The parade of new apple names already in the nation’s supermarkets is indeed a long one. There’s Envy, Ambrosia, SnapDragon, SweeTango, Kiku, Smitten, RubyFrost, Kanzi and Junami brands, which doesn’t cover them all.
In fact, they are being joined by about 80 newer apples arriving from world production areas this year alone.
Looking ahead, say, three or four years, from Washington state there will be the supermarket arrival of Cosmic Crisp.
This apple with the out-of-this world name is generating huge notice in the Washington apple industry, and commercial planting won’t even start until next year.
That’s right — even though its first trees are yet to be planted, Cosmic Crisp has received tons of industry discussion and media coverage. And this is exposure even outside of traditional agricultural outlets, extending to urban broadcasts.
Why the urban coverage? Most likely the uniqueness of the name. The reason for the flood of attention in the Washington apple industry? The motivation is multifaceted.
Yes, the reasons are multiple, which illustrates that Comic Crisp isn’t just another new apple. Hopes are it may be the next Honeycrisp in popularity, but it also represents a completely new and innovative apple introduction system.
First there’s the apple itself. A cross between [Enterprise and Honeycrisp], it was developed by Washington State University tree fruit research going back nearly 20 years.
Nothing happens fast in the apple biz!
Thanks to its parentage, Cosmic is described as large, having an excellent flavor profile, good texture and superior storage life. It’s slow to turn brown when cut.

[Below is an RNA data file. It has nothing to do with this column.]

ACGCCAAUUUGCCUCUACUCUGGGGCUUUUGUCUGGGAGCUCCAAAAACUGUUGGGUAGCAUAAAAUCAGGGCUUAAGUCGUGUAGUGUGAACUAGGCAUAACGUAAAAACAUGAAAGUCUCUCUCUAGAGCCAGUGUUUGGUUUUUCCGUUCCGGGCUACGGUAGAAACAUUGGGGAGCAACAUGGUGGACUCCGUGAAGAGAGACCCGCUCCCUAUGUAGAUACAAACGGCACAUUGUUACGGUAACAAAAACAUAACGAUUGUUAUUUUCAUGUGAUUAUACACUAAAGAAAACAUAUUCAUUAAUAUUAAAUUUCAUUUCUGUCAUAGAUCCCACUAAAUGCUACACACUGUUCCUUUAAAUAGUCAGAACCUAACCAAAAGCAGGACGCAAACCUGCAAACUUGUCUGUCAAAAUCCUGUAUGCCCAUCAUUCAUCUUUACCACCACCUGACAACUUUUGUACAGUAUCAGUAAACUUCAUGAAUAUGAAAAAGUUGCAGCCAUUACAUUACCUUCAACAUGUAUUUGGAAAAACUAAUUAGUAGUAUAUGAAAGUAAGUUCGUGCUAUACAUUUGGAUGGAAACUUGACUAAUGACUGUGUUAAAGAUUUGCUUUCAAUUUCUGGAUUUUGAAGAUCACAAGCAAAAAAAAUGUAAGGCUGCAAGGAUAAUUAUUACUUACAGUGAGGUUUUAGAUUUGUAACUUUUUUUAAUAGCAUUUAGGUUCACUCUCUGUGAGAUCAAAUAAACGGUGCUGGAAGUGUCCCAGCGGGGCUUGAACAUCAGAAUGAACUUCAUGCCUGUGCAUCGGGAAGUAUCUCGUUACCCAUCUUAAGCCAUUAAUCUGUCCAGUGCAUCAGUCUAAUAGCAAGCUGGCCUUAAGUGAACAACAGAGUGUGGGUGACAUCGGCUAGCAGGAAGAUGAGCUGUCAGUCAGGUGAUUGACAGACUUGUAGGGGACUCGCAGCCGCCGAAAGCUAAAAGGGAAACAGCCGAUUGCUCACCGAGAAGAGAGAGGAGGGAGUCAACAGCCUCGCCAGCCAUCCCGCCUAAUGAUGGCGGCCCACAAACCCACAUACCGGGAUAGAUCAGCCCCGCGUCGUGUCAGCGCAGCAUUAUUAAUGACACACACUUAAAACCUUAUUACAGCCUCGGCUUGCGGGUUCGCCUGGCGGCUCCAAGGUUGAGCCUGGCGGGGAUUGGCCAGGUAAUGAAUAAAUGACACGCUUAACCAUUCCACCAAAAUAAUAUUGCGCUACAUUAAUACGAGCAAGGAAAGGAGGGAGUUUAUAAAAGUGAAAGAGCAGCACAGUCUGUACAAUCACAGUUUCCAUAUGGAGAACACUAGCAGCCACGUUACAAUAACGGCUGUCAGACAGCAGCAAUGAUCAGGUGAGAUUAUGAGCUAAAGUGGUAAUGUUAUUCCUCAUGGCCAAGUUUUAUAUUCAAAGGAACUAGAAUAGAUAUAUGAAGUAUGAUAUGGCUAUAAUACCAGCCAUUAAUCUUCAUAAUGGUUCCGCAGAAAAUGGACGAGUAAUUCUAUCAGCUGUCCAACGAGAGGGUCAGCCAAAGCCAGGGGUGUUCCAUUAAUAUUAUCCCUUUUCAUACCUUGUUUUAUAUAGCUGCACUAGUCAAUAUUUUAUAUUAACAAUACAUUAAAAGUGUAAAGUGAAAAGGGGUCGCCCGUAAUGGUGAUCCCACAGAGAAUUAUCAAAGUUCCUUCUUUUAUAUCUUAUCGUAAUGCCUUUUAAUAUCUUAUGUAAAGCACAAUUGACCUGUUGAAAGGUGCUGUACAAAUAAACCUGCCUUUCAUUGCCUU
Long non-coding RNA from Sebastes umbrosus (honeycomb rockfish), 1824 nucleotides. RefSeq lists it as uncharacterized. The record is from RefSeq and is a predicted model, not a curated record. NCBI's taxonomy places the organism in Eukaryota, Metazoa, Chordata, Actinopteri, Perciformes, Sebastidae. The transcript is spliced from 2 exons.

Testing has also shown it to be grower friendly, which involves the difficulty of production facing the grower and percentage of fruit meeting the more lucrative fresh market standards.
A key part of this system is Proprietary Variety Management in Yakima.
Instead of the often current practice of giving a new apple little support in the marketplace, PVM utilizes a program similar to that used to introduce products in the packaged goods industry.
This means it relies on its established marketing routines such as consumer research, a place where Cosmic Crisp was successfully taste-tested. Its name was also selected from a list of choices by the same respondents.
PVM has also been sure to emphasize a major role by the apple industry in several aspects of the Cosmic system. That meant the early establishment of a marketing advisory committee.
The advisory committee represents a dozen of the industry’s largest shipping companies. A subcommittee was also created to develop quality standards.
A lottery system was created to distribute the first 700,000 trees for planting in 2017, with trees available exclusively to Washington growers.
Tree sales are now open to growers across the state, with two million projected for planting in 2018.
The first Cosmic Crisp won’t be available to consumers until 2020, most likely, and will be sharing the same harvest window as red delicious.
With the widespread attention going to this apple, along with red delicious being one showing its age against certain other newer apples on the market (Can you say “Honeycrisp?”), the buzz surrounding Cosmic Crisp will likely become even more pronounced as its baby trees become more adult.
Also crystal clear is that Cosmic Crisp has already risen above being just another new apple, something remarkable to accomplish before its first commercial roots are even planted.
No, in this case being Cosmic means more than just introducing a new apple, albeit one viewed as a very fine piece of fruit. In the end it quite likely means placing the traditional ways of an entire industry into a completely new orbit.
Article by Alan Taylor, The Packer